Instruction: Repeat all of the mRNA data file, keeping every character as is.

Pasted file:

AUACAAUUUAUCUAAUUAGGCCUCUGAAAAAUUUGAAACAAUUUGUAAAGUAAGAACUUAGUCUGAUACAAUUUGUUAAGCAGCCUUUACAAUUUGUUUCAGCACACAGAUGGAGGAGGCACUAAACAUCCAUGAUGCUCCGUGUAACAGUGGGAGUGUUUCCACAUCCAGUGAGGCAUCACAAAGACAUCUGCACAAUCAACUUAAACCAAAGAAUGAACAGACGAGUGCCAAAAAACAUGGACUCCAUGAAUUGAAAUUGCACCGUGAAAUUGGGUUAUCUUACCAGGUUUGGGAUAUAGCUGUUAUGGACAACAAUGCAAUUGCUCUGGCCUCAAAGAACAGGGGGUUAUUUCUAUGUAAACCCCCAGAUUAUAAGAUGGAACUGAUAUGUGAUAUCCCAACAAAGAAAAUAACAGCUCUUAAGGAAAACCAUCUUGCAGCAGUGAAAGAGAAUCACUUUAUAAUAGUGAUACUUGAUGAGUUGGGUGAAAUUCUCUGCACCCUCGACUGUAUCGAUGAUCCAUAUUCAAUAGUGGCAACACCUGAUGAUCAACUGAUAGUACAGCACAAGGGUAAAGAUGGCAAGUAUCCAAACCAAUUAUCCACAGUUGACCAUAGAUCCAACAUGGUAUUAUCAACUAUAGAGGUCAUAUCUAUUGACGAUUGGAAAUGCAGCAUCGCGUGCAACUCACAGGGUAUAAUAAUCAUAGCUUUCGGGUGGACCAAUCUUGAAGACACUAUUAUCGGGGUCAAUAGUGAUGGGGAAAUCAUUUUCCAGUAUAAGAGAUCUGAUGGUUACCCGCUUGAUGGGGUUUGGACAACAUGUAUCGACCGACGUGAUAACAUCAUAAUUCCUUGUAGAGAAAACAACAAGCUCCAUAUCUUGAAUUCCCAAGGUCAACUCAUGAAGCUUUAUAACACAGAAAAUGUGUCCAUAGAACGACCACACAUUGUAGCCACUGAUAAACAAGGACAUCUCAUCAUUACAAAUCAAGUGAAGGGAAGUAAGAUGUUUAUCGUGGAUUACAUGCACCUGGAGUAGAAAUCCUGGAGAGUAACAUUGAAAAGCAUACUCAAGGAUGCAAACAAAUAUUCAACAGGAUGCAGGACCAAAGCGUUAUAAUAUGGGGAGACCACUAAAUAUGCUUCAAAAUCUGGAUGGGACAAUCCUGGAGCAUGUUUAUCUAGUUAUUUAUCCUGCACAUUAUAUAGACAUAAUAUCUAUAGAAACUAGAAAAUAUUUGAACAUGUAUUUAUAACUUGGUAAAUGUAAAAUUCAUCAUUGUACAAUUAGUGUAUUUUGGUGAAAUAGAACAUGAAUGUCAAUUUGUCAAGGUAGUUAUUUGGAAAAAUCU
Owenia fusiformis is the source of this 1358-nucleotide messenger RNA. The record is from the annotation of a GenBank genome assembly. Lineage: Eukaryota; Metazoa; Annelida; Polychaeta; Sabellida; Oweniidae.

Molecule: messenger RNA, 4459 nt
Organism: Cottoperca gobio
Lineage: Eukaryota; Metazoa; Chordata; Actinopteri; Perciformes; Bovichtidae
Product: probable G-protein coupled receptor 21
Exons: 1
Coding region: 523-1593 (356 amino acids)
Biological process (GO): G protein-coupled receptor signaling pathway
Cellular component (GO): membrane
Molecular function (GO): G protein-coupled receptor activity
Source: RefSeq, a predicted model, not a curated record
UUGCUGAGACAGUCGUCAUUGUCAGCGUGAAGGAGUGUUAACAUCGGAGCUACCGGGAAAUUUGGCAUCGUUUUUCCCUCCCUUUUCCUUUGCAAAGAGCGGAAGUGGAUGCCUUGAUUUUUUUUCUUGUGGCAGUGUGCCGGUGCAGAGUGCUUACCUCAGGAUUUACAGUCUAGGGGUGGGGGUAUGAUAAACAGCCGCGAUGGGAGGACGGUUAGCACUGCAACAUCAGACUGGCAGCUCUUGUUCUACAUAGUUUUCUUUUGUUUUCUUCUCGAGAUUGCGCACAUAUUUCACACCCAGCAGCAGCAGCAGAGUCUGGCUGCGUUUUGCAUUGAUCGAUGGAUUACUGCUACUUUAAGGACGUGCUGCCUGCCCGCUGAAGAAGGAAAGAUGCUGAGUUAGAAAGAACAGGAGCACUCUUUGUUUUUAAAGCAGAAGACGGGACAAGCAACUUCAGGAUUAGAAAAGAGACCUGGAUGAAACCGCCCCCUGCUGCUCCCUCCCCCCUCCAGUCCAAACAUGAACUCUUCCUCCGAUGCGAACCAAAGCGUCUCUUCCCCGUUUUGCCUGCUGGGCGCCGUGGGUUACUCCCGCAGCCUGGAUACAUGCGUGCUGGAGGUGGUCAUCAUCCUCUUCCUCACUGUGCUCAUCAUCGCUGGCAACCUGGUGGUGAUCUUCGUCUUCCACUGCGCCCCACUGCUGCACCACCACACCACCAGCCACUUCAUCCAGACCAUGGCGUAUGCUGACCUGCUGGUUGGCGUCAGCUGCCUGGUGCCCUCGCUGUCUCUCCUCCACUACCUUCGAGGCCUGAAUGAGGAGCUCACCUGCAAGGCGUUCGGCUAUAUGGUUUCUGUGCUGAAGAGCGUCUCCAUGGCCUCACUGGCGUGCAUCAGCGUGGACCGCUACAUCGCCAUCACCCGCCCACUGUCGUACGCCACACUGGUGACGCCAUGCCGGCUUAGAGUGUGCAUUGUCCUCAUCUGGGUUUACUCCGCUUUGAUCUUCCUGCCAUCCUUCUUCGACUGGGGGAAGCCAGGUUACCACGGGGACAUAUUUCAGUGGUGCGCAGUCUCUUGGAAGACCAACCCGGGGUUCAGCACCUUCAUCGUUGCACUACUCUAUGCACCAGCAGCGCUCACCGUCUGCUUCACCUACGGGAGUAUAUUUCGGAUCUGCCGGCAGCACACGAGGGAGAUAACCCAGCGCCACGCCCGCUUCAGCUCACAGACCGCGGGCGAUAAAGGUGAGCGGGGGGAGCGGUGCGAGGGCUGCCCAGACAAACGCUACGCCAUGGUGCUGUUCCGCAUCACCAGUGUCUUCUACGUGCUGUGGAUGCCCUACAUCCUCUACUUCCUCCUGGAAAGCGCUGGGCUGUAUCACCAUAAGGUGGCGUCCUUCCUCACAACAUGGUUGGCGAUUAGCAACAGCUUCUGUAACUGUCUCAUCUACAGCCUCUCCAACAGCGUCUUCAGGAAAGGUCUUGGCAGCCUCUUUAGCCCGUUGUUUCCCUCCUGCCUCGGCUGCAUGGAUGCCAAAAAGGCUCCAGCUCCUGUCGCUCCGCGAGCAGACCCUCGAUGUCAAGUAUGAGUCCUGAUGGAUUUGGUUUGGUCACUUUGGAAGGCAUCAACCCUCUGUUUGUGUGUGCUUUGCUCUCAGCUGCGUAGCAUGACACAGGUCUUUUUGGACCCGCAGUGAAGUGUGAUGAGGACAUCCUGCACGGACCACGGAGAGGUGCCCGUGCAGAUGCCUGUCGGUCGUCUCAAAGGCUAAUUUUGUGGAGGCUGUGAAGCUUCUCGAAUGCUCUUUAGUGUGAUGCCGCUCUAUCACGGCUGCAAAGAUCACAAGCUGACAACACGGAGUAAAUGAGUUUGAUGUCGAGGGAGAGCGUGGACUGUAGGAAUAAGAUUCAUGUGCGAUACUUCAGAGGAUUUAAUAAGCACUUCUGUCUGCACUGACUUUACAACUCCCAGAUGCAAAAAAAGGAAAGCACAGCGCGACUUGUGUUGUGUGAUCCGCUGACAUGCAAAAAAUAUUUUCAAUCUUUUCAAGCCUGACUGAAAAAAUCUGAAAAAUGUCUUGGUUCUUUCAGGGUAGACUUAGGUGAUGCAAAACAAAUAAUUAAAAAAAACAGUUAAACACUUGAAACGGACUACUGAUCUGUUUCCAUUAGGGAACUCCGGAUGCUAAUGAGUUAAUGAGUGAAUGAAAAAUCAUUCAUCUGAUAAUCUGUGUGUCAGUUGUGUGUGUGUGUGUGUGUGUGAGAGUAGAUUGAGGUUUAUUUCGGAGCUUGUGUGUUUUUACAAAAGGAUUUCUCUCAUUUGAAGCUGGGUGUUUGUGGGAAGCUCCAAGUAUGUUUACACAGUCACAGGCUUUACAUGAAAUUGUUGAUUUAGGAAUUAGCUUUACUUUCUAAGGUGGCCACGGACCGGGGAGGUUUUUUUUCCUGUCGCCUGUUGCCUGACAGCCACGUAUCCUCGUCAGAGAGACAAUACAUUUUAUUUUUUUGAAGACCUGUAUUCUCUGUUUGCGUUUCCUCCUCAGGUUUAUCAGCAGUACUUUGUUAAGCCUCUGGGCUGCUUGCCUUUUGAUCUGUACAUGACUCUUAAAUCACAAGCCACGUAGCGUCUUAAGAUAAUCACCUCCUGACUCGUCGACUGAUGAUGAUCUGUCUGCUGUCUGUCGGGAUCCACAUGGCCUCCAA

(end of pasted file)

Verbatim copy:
AUACAAUUUAUCUAAUUAGGCCUCUGAAAAAUUUGAAACAAUUUGUAAAGUAAGAACUUAGUCUGAUACAAUUUGUUAAGCAGCCUUUACAAUUUGUUUCAGCACACAGAUGGAGGAGGCACUAAACAUCCAUGAUGCUCCGUGUAACAGUGGGAGUGUUUCCACAUCCAGUGAGGCAUCACAAAGACAUCUGCACAAUCAACUUAAACCAAAGAAUGAACAGACGAGUGCCAAAAAACAUGGACUCCAUGAAUUGAAAUUGCACCGUGAAAUUGGGUUAUCUUACCAGGUUUGGGAUAUAGCUGUUAUGGACAACAAUGCAAUUGCUCUGGCCUCAAAGAACAGGGGGUUAUUUCUAUGUAAACCCCCAGAUUAUAAGAUGGAACUGAUAUGUGAUAUCCCAACAAAGAAAAUAACAGCUCUUAAGGAAAACCAUCUUGCAGCAGUGAAAGAGAAUCACUUUAUAAUAGUGAUACUUGAUGAGUUGGGUGAAAUUCUCUGCACCCUCGACUGUAUCGAUGAUCCAUAUUCAAUAGUGGCAACACCUGAUGAUCAACUGAUAGUACAGCACAAGGGUAAAGAUGGCAAGUAUCCAAACCAAUUAUCCACAGUUGACCAUAGAUCCAACAUGGUAUUAUCAACUAUAGAGGUCAUAUCUAUUGACGAUUGGAAAUGCAGCAUCGCGUGCAACUCACAGGGUAUAAUAAUCAUAGCUUUCGGGUGGACCAAUCUUGAAGACACUAUUAUCGGGGUCAAUAGUGAUGGGGAAAUCAUUUUCCAGUAUAAGAGAUCUGAUGGUUACCCGCUUGAUGGGGUUUGGACAACAUGUAUCGACCGACGUGAUAACAUCAUAAUUCCUUGUAGAGAAAACAACAAGCUCCAUAUCUUGAAUUCCCAAGGUCAACUCAUGAAGCUUUAUAACACAGAAAAUGUGUCCAUAGAACGACCACACAUUGUAGCCACUGAUAAACAAGGACAUCUCAUCAUUACAAAUCAAGUGAAGGGAAGUAAGAUGUUUAUCGUGGAUUACAUGCACCUGGAGUAGAAAUCCUGGAGAGUAACAUUGAAAAGCAUACUCAAGGAUGCAAACAAAUAUUCAACAGGAUGCAGGACCAAAGCGUUAUAAUAUGGGGAGACCACUAAAUAUGCUUCAAAAUCUGGAUGGGACAAUCCUGGAGCAUGUUUAUCUAGUUAUUUAUCCUGCACAUUAUAUAGACAUAAUAUCUAUAGAAACUAGAAAAUAUUUGAACAUGUAUUUAUAACUUGGUAAAUGUAAAAUUCAUCAUUGUACAAUUAGUGUAUUUUGGUGAAAUAGAACAUGAAUGUCAAUUUGUCAAGGUAGUUAUUUGGAAAAAUCU
Owenia fusiformis is the source of this 1358-nucleotide messenger RNA. The record is from the annotation of a GenBank genome assembly. Lineage: Eukaryota; Metazoa; Annelida; Polychaeta; Sabellida; Oweniidae.

Molecule: messenger RNA, 4459 nt
Organism: Cottoperca gobio
Lineage: Eukaryota; Metazoa; Chordata; Actinopteri; Perciformes; Bovichtidae
Product: probable G-protein coupled receptor 21
Exons: 1
Coding region: 523-1593 (356 amino acids)
Biological process (GO): G protein-coupled receptor signaling pathway
Cellular component (GO): membrane
Molecular function (GO): G protein-coupled receptor activity
Source: RefSeq, a predicted model, not a curated record
UUGCUGAGACAGUCGUCAUUGUCAGCGUGAAGGAGUGUUAACAUCGGAGCUACCGGGAAAUUUGGCAUCGUUUUUCCCUCCCUUUUCCUUUGCAAAGAGCGGAAGUGGAUGCCUUGAUUUUUUUUCUUGUGGCAGUGUGCCGGUGCAGAGUGCUUACCUCAGGAUUUACAGUCUAGGGGUGGGGGUAUGAUAAACAGCCGCGAUGGGAGGACGGUUAGCACUGCAACAUCAGACUGGCAGCUCUUGUUCUACAUAGUUUUCUUUUGUUUUCUUCUCGAGAUUGCGCACAUAUUUCACACCCAGCAGCAGCAGCAGAGUCUGGCUGCGUUUUGCAUUGAUCGAUGGAUUACUGCUACUUUAAGGACGUGCUGCCUGCCCGCUGAAGAAGGAAAGAUGCUGAGUUAGAAAGAACAGGAGCACUCUUUGUUUUUAAAGCAGAAGACGGGACAAGCAACUUCAGGAUUAGAAAAGAGACCUGGAUGAAACCGCCCCCUGCUGCUCCCUCCCCCCUCCAGUCCAAACAUGAACUCUUCCUCCGAUGCGAACCAAAGCGUCUCUUCCCCGUUUUGCCUGCUGGGCGCCGUGGGUUACUCCCGCAGCCUGGAUACAUGCGUGCUGGAGGUGGUCAUCAUCCUCUUCCUCACUGUGCUCAUCAUCGCUGGCAACCUGGUGGUGAUCUUCGUCUUCCACUGCGCCCCACUGCUGCACCACCACACCACCAGCCACUUCAUCCAGACCAUGGCGUAUGCUGACCUGCUGGUUGGCGUCAGCUGCCUGGUGCCCUCGCUGUCUCUCCUCCACUACCUUCGAGGCCUGAAUGAGGAGCUCACCUGCAAGGCGUUCGGCUAUAUGGUUUCUGUGCUGAAGAGCGUCUCCAUGGCCUCACUGGCGUGCAUCAGCGUGGACCGCUACAUCGCCAUCACCCGCCCACUGUCGUACGCCACACUGGUGACGCCAUGCCGGCUUAGAGUGUGCAUUGUCCUCAUCUGGGUUUACUCCGCUUUGAUCUUCCUGCCAUCCUUCUUCGACUGGGGGAAGCCAGGUUACCACGGGGACAUAUUUCAGUGGUGCGCAGUCUCUUGGAAGACCAACCCGGGGUUCAGCACCUUCAUCGUUGCACUACUCUAUGCACCAGCAGCGCUCACCGUCUGCUUCACCUACGGGAGUAUAUUUCGGAUCUGCCGGCAGCACACGAGGGAGAUAACCCAGCGCCACGCCCGCUUCAGCUCACAGACCGCGGGCGAUAAAGGUGAGCGGGGGGAGCGGUGCGAGGGCUGCCCAGACAAACGCUACGCCAUGGUGCUGUUCCGCAUCACCAGUGUCUUCUACGUGCUGUGGAUGCCCUACAUCCUCUACUUCCUCCUGGAAAGCGCUGGGCUGUAUCACCAUAAGGUGGCGUCCUUCCUCACAACAUGGUUGGCGAUUAGCAACAGCUUCUGUAACUGUCUCAUCUACAGCCUCUCCAACAGCGUCUUCAGGAAAGGUCUUGGCAGCCUCUUUAGCCCGUUGUUUCCCUCCUGCCUCGGCUGCAUGGAUGCCAAAAAGGCUCCAGCUCCUGUCGCUCCGCGAGCAGACCCUCGAUGUCAAGUAUGAGUCCUGAUGGAUUUGGUUUGGUCACUUUGGAAGGCAUCAACCCUCUGUUUGUGUGUGCUUUGCUCUCAGCUGCGUAGCAUGACACAGGUCUUUUUGGACCCGCAGUGAAGUGUGAUGAGGACAUCCUGCACGGACCACGGAGAGGUGCCCGUGCAGAUGCCUGUCGGUCGUCUCAAAGGCUAAUUUUGUGGAGGCUGUGAAGCUUCUCGAAUGCUCUUUAGUGUGAUGCCGCUCUAUCACGGCUGCAAAGAUCACAAGCUGACAACACGGAGUAAAUGAGUUUGAUGUCGAGGGAGAGCGUGGACUGUAGGAAUAAGAUUCAUGUGCGAUACUUCAGAGGAUUUAAUAAGCACUUCUGUCUGCACUGACUUUACAACUCCCAGAUGCAAAAAAAGGAAAGCACAGCGCGACUUGUGUUGUGUGAUCCGCUGACAUGCAAAAAAUAUUUUCAAUCUUUUCAAGCCUGACUGAAAAAAUCUGAAAAAUGUCUUGGUUCUUUCAGGGUAGACUUAGGUGAUGCAAAACAAAUAAUUAAAAAAAACAGUUAAACACUUGAAACGGACUACUGAUCUGUUUCCAUUAGGGAACUCCGGAUGCUAAUGAGUUAAUGAGUGAAUGAAAAAUCAUUCAUCUGAUAAUCUGUGUGUCAGUUGUGUGUGUGUGUGUGUGUGUGAGAGUAGAUUGAGGUUUAUUUCGGAGCUUGUGUGUUUUUACAAAAGGAUUUCUCUCAUUUGAAGCUGGGUGUUUGUGGGAAGCUCCAAGUAUGUUUACACAGUCACAGGCUUUACAUGAAAUUGUUGAUUUAGGAAUUAGCUUUACUUUCUAAGGUGGCCACGGACCGGGGAGGUUUUUUUUCCUGUCGCCUGUUGCCUGACAGCCACGUAUCCUCGUCAGAGAGACAAUACAUUUUAUUUUUUUGAAGACCUGUAUUCUCUGUUUGCGUUUCCUCCUCAGGUUUAUCAGCAGUACUUUGUUAAGCCUCUGGGCUGCUUGCCUUUUGAUCUGUACAUGACUCUUAAAUCACAAGCCACGUAGCGUCUUAAGAUAAUCACCUCCUGACUCGUCGACUGAUGAUGAUCUGUCUGCUGUCUGUCGGGAUCCACAUGGCCUCCAA